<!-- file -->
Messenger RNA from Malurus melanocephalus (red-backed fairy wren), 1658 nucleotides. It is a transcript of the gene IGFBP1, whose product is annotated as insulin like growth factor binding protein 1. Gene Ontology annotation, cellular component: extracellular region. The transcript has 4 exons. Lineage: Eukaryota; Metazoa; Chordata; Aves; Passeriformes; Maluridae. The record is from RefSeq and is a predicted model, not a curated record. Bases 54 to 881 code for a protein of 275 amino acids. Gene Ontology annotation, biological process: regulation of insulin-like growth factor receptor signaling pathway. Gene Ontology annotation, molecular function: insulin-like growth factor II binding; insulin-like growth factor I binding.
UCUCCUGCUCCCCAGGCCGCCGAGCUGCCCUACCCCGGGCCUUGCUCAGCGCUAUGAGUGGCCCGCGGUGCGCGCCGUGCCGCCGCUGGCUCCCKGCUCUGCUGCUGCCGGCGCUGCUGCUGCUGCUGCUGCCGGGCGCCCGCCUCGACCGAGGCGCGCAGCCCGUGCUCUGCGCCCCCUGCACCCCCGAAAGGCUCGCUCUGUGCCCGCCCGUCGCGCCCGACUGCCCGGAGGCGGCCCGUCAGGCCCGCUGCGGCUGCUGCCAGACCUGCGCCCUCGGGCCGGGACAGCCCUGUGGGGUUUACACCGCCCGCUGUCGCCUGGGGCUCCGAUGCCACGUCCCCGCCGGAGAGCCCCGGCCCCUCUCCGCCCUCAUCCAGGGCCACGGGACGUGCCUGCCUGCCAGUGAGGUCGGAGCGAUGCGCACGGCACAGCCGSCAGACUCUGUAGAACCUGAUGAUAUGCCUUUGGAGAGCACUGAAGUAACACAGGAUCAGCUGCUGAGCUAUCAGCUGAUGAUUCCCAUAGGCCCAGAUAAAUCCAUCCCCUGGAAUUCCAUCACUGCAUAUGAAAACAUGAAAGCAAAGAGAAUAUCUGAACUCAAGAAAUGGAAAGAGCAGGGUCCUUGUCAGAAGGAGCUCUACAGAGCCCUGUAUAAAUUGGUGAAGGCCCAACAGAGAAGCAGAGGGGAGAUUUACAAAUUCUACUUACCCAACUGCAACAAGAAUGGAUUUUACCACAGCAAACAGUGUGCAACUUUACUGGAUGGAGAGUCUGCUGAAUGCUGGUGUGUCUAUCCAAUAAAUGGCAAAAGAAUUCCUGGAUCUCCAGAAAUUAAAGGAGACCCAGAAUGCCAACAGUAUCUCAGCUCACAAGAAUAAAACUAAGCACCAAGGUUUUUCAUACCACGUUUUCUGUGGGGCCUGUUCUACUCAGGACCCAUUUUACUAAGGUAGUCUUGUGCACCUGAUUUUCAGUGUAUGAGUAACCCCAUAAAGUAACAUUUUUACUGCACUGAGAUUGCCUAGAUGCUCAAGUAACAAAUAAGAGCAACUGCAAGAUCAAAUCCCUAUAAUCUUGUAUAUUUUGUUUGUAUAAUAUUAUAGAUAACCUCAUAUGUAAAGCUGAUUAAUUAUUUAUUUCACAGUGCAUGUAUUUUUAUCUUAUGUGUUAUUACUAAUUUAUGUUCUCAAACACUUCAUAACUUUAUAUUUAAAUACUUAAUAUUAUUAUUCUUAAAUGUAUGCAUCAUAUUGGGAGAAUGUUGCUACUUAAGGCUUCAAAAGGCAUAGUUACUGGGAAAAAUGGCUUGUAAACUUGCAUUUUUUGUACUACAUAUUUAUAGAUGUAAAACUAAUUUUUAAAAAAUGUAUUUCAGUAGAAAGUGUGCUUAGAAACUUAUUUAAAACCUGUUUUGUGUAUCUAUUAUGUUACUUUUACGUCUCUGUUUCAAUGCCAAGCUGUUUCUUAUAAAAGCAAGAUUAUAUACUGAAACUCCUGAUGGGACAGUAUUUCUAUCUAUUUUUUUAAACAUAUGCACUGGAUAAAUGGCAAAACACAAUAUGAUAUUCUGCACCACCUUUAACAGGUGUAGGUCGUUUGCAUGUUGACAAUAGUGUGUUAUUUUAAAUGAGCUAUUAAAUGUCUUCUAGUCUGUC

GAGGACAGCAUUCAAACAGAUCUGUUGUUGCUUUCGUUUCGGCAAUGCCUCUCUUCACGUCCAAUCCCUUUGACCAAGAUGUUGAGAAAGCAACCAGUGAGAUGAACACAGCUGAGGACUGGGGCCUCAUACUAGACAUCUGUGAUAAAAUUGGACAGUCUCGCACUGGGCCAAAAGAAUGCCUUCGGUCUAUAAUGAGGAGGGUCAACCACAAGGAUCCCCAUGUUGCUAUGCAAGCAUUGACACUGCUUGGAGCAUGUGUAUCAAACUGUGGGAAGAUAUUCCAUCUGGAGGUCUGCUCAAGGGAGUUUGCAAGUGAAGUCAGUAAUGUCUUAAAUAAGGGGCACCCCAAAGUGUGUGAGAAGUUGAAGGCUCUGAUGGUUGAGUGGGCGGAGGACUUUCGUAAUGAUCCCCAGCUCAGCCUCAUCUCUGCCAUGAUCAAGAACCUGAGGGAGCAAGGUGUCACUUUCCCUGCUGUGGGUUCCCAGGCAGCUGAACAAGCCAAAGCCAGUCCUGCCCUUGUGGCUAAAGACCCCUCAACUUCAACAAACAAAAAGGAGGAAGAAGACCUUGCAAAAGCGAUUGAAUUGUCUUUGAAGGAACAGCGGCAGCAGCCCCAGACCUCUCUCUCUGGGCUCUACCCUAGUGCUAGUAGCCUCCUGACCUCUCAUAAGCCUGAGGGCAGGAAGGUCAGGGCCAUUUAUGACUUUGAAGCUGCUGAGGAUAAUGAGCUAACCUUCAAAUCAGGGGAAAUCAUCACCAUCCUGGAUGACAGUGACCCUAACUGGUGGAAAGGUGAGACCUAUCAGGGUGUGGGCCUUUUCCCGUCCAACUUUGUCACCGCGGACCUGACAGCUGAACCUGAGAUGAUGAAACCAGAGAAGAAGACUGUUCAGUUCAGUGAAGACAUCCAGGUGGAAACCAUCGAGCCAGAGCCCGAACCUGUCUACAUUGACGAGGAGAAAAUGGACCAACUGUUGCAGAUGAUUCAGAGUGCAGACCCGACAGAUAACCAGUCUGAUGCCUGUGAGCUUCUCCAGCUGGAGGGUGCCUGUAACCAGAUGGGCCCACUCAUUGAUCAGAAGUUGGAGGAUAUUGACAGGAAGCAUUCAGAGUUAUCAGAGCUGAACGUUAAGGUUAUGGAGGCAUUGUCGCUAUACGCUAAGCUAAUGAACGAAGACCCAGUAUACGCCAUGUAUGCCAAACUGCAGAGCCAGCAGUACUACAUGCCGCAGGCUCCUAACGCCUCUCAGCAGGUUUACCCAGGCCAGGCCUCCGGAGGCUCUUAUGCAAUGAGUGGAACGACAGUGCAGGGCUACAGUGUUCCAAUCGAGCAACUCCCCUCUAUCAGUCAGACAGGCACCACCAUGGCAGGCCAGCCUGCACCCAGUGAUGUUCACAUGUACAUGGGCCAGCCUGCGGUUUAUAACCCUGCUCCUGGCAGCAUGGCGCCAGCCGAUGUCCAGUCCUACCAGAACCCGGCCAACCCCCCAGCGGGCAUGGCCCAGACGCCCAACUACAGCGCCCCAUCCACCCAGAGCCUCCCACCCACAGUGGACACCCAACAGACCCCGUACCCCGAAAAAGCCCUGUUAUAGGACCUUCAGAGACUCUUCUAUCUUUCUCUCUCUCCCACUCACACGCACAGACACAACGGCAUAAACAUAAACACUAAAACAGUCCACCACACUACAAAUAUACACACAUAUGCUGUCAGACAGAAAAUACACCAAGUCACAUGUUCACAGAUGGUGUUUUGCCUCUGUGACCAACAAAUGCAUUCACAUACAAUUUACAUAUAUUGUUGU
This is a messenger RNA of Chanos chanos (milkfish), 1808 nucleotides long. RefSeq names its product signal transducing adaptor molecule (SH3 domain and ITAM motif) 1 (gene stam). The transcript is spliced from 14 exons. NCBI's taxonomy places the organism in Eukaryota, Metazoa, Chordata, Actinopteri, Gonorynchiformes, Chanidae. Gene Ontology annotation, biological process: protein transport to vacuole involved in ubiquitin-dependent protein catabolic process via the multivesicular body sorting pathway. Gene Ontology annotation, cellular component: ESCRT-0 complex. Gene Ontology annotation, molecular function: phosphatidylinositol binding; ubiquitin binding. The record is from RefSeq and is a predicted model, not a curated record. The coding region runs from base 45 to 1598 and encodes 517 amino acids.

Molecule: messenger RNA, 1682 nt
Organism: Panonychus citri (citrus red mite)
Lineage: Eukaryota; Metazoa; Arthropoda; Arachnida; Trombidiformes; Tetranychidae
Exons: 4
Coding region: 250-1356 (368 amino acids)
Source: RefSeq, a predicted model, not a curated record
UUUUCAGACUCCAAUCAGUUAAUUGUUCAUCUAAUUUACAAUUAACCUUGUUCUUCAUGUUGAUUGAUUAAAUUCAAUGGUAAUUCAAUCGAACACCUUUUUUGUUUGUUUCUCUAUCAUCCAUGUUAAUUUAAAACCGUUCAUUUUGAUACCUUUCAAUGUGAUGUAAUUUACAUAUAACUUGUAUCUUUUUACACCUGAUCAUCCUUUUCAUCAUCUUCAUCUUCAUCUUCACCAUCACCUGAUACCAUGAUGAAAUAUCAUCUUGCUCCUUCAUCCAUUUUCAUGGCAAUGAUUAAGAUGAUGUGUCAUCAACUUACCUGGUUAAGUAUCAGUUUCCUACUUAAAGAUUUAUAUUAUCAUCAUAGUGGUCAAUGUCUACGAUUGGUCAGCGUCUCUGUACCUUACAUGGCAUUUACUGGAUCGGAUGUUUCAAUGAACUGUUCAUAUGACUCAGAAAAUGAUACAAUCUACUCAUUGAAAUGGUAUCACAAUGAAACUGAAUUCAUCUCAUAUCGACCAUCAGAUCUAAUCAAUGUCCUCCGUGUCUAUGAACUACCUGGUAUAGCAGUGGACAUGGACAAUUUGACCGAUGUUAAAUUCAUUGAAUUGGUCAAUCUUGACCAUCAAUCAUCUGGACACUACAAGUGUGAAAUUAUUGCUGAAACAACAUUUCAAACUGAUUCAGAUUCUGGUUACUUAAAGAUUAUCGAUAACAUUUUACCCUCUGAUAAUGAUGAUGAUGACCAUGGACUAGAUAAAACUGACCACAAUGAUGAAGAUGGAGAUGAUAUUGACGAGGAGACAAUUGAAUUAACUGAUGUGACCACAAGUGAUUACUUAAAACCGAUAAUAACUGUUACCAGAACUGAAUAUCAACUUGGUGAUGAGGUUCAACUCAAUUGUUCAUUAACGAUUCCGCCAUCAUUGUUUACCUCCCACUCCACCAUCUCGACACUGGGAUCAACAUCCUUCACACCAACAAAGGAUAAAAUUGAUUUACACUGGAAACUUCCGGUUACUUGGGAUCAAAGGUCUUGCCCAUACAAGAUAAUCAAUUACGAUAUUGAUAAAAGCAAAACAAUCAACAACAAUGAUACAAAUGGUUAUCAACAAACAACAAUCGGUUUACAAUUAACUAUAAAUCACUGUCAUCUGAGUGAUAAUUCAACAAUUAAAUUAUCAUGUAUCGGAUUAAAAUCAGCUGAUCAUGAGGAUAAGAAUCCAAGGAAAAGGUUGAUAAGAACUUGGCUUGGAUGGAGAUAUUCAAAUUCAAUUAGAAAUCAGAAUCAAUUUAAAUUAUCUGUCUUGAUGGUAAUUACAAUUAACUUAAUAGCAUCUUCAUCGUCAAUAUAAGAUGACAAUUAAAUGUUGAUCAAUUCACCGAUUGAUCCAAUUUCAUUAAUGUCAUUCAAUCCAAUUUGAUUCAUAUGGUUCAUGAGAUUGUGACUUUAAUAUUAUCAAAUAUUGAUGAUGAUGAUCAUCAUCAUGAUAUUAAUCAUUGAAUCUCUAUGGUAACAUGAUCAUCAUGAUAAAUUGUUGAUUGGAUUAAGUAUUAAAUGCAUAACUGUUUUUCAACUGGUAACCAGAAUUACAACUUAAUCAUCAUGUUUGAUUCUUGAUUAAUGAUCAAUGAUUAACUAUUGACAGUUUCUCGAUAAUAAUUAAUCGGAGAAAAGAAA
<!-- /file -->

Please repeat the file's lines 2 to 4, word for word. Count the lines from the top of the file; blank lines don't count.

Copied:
UCUCCUGCUCCCCAGGCCGCCGAGCUGCCCUACCCCGGGCCUUGCUCAGCGCUAUGAGUGGCCCGCGGUGCGCGCCGUGCCGCCGCUGGCUCCCKGCUCUGCUGCUGCCGGCGCUGCUGCUGCUGCUGCUGCCGGGCGCCCGCCUCGACCGAGGCGCGCAGCCCGUGCUCUGCGCCCCCUGCACCCCCGAAAGGCUCGCUCUGUGCCCGCCCGUCGCGCCCGACUGCCCGGAGGCGGCCCGUCAGGCCCGCUGCGGCUGCUGCCAGACCUGCGCCCUCGGGCCGGGACAGCCCUGUGGGGUUUACACCGCCCGCUGUCGCCUGGGGCUCCGAUGCCACGUCCCCGCCGGAGAGCCCCGGCCCCUCUCCGCCCUCAUCCAGGGCCACGGGACGUGCCUGCCUGCCAGUGAGGUCGGAGCGAUGCGCACGGCACAGCCGSCAGACUCUGUAGAACCUGAUGAUAUGCCUUUGGAGAGCACUGAAGUAACACAGGAUCAGCUGCUGAGCUAUCAGCUGAUGAUUCCCAUAGGCCCAGAUAAAUCCAUCCCCUGGAAUUCCAUCACUGCAUAUGAAAACAUGAAAGCAAAGAGAAUAUCUGAACUCAAGAAAUGGAAAGAGCAGGGUCCUUGUCAGAAGGAGCUCUACAGAGCCCUGUAUAAAUUGGUGAAGGCCCAACAGAGAAGCAGAGGGGAGAUUUACAAAUUCUACUUACCCAACUGCAACAAGAAUGGAUUUUACCACAGCAAACAGUGUGCAACUUUACUGGAUGGAGAGUCUGCUGAAUGCUGGUGUGUCUAUCCAAUAAAUGGCAAAAGAAUUCCUGGAUCUCCAGAAAUUAAAGGAGACCCAGAAUGCCAACAGUAUCUCAGCUCACAAGAAUAAAACUAAGCACCAAGGUUUUUCAUACCACGUUUUCUGUGGGGCCUGUUCUACUCAGGACCCAUUUUACUAAGGUAGUCUUGUGCACCUGAUUUUCAGUGUAUGAGUAACCCCAUAAAGUAACAUUUUUACUGCACUGAGAUUGCCUAGAUGCUCAAGUAACAAAUAAGAGCAACUGCAAGAUCAAAUCCCUAUAAUCUUGUAUAUUUUGUUUGUAUAAUAUUAUAGAUAACCUCAUAUGUAAAGCUGAUUAAUUAUUUAUUUCACAGUGCAUGUAUUUUUAUCUUAUGUGUUAUUACUAAUUUAUGUUCUCAAACACUUCAUAACUUUAUAUUUAAAUACUUAAUAUUAUUAUUCUUAAAUGUAUGCAUCAUAUUGGGAGAAUGUUGCUACUUAAGGCUUCAAAAGGCAUAGUUACUGGGAAAAAUGGCUUGUAAACUUGCAUUUUUUGUACUACAUAUUUAUAGAUGUAAAACUAAUUUUUAAAAAAUGUAUUUCAGUAGAAAGUGUGCUUAGAAACUUAUUUAAAACCUGUUUUGUGUAUCUAUUAUGUUACUUUUACGUCUCUGUUUCAAUGCCAAGCUGUUUCUUAUAAAAGCAAGAUUAUAUACUGAAACUCCUGAUGGGACAGUAUUUCUAUCUAUUUUUUUAAACAUAUGCACUGGAUAAAUGGCAAAACACAAUAUGAUAUUCUGCACCACCUUUAACAGGUGUAGGUCGUUUGCAUGUUGACAAUAGUGUGUUAUUUUAAAUGAGCUAUUAAAUGUCUUCUAGUCUGUC

GAGGACAGCAUUCAAACAGAUCUGUUGUUGCUUUCGUUUCGGCAAUGCCUCUCUUCACGUCCAAUCCCUUUGACCAAGAUGUUGAGAAAGCAACCAGUGAGAUGAACACAGCUGAGGACUGGGGCCUCAUACUAGACAUCUGUGAUAAAAUUGGACAGUCUCGCACUGGGCCAAAAGAAUGCCUUCGGUCUAUAAUGAGGAGGGUCAACCACAAGGAUCCCCAUGUUGCUAUGCAAGCAUUGACACUGCUUGGAGCAUGUGUAUCAAACUGUGGGAAGAUAUUCCAUCUGGAGGUCUGCUCAAGGGAGUUUGCAAGUGAAGUCAGUAAUGUCUUAAAUAAGGGGCACCCCAAAGUGUGUGAGAAGUUGAAGGCUCUGAUGGUUGAGUGGGCGGAGGACUUUCGUAAUGAUCCCCAGCUCAGCCUCAUCUCUGCCAUGAUCAAGAACCUGAGGGAGCAAGGUGUCACUUUCCCUGCUGUGGGUUCCCAGGCAGCUGAACAAGCCAAAGCCAGUCCUGCCCUUGUGGCUAAAGACCCCUCAACUUCAACAAACAAAAAGGAGGAAGAAGACCUUGCAAAAGCGAUUGAAUUGUCUUUGAAGGAACAGCGGCAGCAGCCCCAGACCUCUCUCUCUGGGCUCUACCCUAGUGCUAGUAGCCUCCUGACCUCUCAUAAGCCUGAGGGCAGGAAGGUCAGGGCCAUUUAUGACUUUGAAGCUGCUGAGGAUAAUGAGCUAACCUUCAAAUCAGGGGAAAUCAUCACCAUCCUGGAUGACAGUGACCCUAACUGGUGGAAAGGUGAGACCUAUCAGGGUGUGGGCCUUUUCCCGUCCAACUUUGUCACCGCGGACCUGACAGCUGAACCUGAGAUGAUGAAACCAGAGAAGAAGACUGUUCAGUUCAGUGAAGACAUCCAGGUGGAAACCAUCGAGCCAGAGCCCGAACCUGUCUACAUUGACGAGGAGAAAAUGGACCAACUGUUGCAGAUGAUUCAGAGUGCAGACCCGACAGAUAACCAGUCUGAUGCCUGUGAGCUUCUCCAGCUGGAGGGUGCCUGUAACCAGAUGGGCCCACUCAUUGAUCAGAAGUUGGAGGAUAUUGACAGGAAGCAUUCAGAGUUAUCAGAGCUGAACGUUAAGGUUAUGGAGGCAUUGUCGCUAUACGCUAAGCUAAUGAACGAAGACCCAGUAUACGCCAUGUAUGCCAAACUGCAGAGCCAGCAGUACUACAUGCCGCAGGCUCCUAACGCCUCUCAGCAGGUUUACCCAGGCCAGGCCUCCGGAGGCUCUUAUGCAAUGAGUGGAACGACAGUGCAGGGCUACAGUGUUCCAAUCGAGCAACUCCCCUCUAUCAGUCAGACAGGCACCACCAUGGCAGGCCAGCCUGCACCCAGUGAUGUUCACAUGUACAUGGGCCAGCCUGCGGUUUAUAACCCUGCUCCUGGCAGCAUGGCGCCAGCCGAUGUCCAGUCCUACCAGAACCCGGCCAACCCCCCAGCGGGCAUGGCCCAGACGCCCAACUACAGCGCCCCAUCCACCCAGAGCCUCCCACCCACAGUGGACACCCAACAGACCCCGUACCCCGAAAAAGCCCUGUUAUAGGACCUUCAGAGACUCUUCUAUCUUUCUCUCUCUCCCACUCACACGCACAGACACAACGGCAUAAACAUAAACACUAAAACAGUCCACCACACUACAAAUAUACACACAUAUGCUGUCAGACAGAAAAUACACCAAGUCACAUGUUCACAGAUGGUGUUUUGCCUCUGUGACCAACAAAUGCAUUCACAUACAAUUUACAUAUAUUGUUGU
This is a messenger RNA of Chanos chanos (milkfish), 1808 nucleotides long. RefSeq names its product signal transducing adaptor molecule (SH3 domain and ITAM motif) 1 (gene stam). The transcript is spliced from 14 exons. NCBI's taxonomy places the organism in Eukaryota, Metazoa, Chordata, Actinopteri, Gonorynchiformes, Chanidae. Gene Ontology annotation, biological process: protein transport to vacuole involved in ubiquitin-dependent protein catabolic process via the multivesicular body sorting pathway. Gene Ontology annotation, cellular component: ESCRT-0 complex. Gene Ontology annotation, molecular function: phosphatidylinositol binding; ubiquitin binding. The record is from RefSeq and is a predicted model, not a curated record. The coding region runs from base 45 to 1598 and encodes 517 amino acids.